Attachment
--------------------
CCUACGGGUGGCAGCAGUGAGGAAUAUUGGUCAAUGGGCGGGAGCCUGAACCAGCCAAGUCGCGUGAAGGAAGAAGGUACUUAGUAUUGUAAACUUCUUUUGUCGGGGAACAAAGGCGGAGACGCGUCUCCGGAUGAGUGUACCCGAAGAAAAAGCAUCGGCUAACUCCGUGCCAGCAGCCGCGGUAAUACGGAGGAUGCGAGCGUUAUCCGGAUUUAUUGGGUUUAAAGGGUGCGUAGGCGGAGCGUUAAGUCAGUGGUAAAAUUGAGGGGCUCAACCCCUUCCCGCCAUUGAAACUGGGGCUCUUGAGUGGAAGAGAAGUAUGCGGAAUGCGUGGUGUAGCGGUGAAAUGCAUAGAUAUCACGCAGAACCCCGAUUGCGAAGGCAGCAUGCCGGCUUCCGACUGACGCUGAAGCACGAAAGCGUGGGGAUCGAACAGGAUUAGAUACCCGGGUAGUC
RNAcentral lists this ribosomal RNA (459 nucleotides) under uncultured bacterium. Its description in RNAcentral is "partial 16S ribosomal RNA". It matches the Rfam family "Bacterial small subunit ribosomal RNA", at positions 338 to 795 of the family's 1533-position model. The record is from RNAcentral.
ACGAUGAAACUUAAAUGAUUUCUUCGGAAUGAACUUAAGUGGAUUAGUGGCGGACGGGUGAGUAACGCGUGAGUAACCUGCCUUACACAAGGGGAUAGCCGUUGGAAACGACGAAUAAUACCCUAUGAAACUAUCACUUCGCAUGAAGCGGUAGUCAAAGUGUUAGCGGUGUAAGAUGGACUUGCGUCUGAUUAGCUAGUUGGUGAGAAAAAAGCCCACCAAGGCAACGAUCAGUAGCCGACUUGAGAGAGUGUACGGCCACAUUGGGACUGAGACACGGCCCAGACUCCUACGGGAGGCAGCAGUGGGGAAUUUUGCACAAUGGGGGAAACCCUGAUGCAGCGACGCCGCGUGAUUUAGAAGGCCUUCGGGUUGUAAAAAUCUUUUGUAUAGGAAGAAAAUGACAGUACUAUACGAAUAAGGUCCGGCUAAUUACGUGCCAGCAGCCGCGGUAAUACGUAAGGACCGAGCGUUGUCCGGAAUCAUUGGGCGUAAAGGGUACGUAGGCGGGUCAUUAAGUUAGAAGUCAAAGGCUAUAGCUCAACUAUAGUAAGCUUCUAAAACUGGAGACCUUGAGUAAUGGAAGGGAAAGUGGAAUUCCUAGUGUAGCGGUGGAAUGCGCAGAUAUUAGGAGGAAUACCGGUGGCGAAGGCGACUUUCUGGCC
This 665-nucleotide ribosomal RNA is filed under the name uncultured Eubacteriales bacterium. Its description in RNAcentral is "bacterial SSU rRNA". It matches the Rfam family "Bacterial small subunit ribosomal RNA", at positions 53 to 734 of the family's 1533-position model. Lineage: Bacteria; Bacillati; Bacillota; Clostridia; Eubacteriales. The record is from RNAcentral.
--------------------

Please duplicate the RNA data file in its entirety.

CCUACGGGUGGCAGCAGUGAGGAAUAUUGGUCAAUGGGCGGGAGCCUGAACCAGCCAAGUCGCGUGAAGGAAGAAGGUACUUAGUAUUGUAAACUUCUUUUGUCGGGGAACAAAGGCGGAGACGCGUCUCCGGAUGAGUGUACCCGAAGAAAAAGCAUCGGCUAACUCCGUGCCAGCAGCCGCGGUAAUACGGAGGAUGCGAGCGUUAUCCGGAUUUAUUGGGUUUAAAGGGUGCGUAGGCGGAGCGUUAAGUCAGUGGUAAAAUUGAGGGGCUCAACCCCUUCCCGCCAUUGAAACUGGGGCUCUUGAGUGGAAGAGAAGUAUGCGGAAUGCGUGGUGUAGCGGUGAAAUGCAUAGAUAUCACGCAGAACCCCGAUUGCGAAGGCAGCAUGCCGGCUUCCGACUGACGCUGAAGCACGAAAGCGUGGGGAUCGAACAGGAUUAGAUACCCGGGUAGUC
RNAcentral lists this ribosomal RNA (459 nucleotides) under uncultured bacterium. Its description in RNAcentral is "partial 16S ribosomal RNA". It matches the Rfam family "Bacterial small subunit ribosomal RNA", at positions 338 to 795 of the family's 1533-position model. The record is from RNAcentral.
ACGAUGAAACUUAAAUGAUUUCUUCGGAAUGAACUUAAGUGGAUUAGUGGCGGACGGGUGAGUAACGCGUGAGUAACCUGCCUUACACAAGGGGAUAGCCGUUGGAAACGACGAAUAAUACCCUAUGAAACUAUCACUUCGCAUGAAGCGGUAGUCAAAGUGUUAGCGGUGUAAGAUGGACUUGCGUCUGAUUAGCUAGUUGGUGAGAAAAAAGCCCACCAAGGCAACGAUCAGUAGCCGACUUGAGAGAGUGUACGGCCACAUUGGGACUGAGACACGGCCCAGACUCCUACGGGAGGCAGCAGUGGGGAAUUUUGCACAAUGGGGGAAACCCUGAUGCAGCGACGCCGCGUGAUUUAGAAGGCCUUCGGGUUGUAAAAAUCUUUUGUAUAGGAAGAAAAUGACAGUACUAUACGAAUAAGGUCCGGCUAAUUACGUGCCAGCAGCCGCGGUAAUACGUAAGGACCGAGCGUUGUCCGGAAUCAUUGGGCGUAAAGGGUACGUAGGCGGGUCAUUAAGUUAGAAGUCAAAGGCUAUAGCUCAACUAUAGUAAGCUUCUAAAACUGGAGACCUUGAGUAAUGGAAGGGAAAGUGGAAUUCCUAGUGUAGCGGUGGAAUGCGCAGAUAUUAGGAGGAAUACCGGUGGCGAAGGCGACUUUCUGGCC
This 665-nucleotide ribosomal RNA is filed under the name uncultured Eubacteriales bacterium. Its description in RNAcentral is "bacterial SSU rRNA". It matches the Rfam family "Bacterial small subunit ribosomal RNA", at positions 53 to 734 of the family's 1533-position model. Lineage: Bacteria; Bacillati; Bacillota; Clostridia; Eubacteriales. The record is from RNAcentral.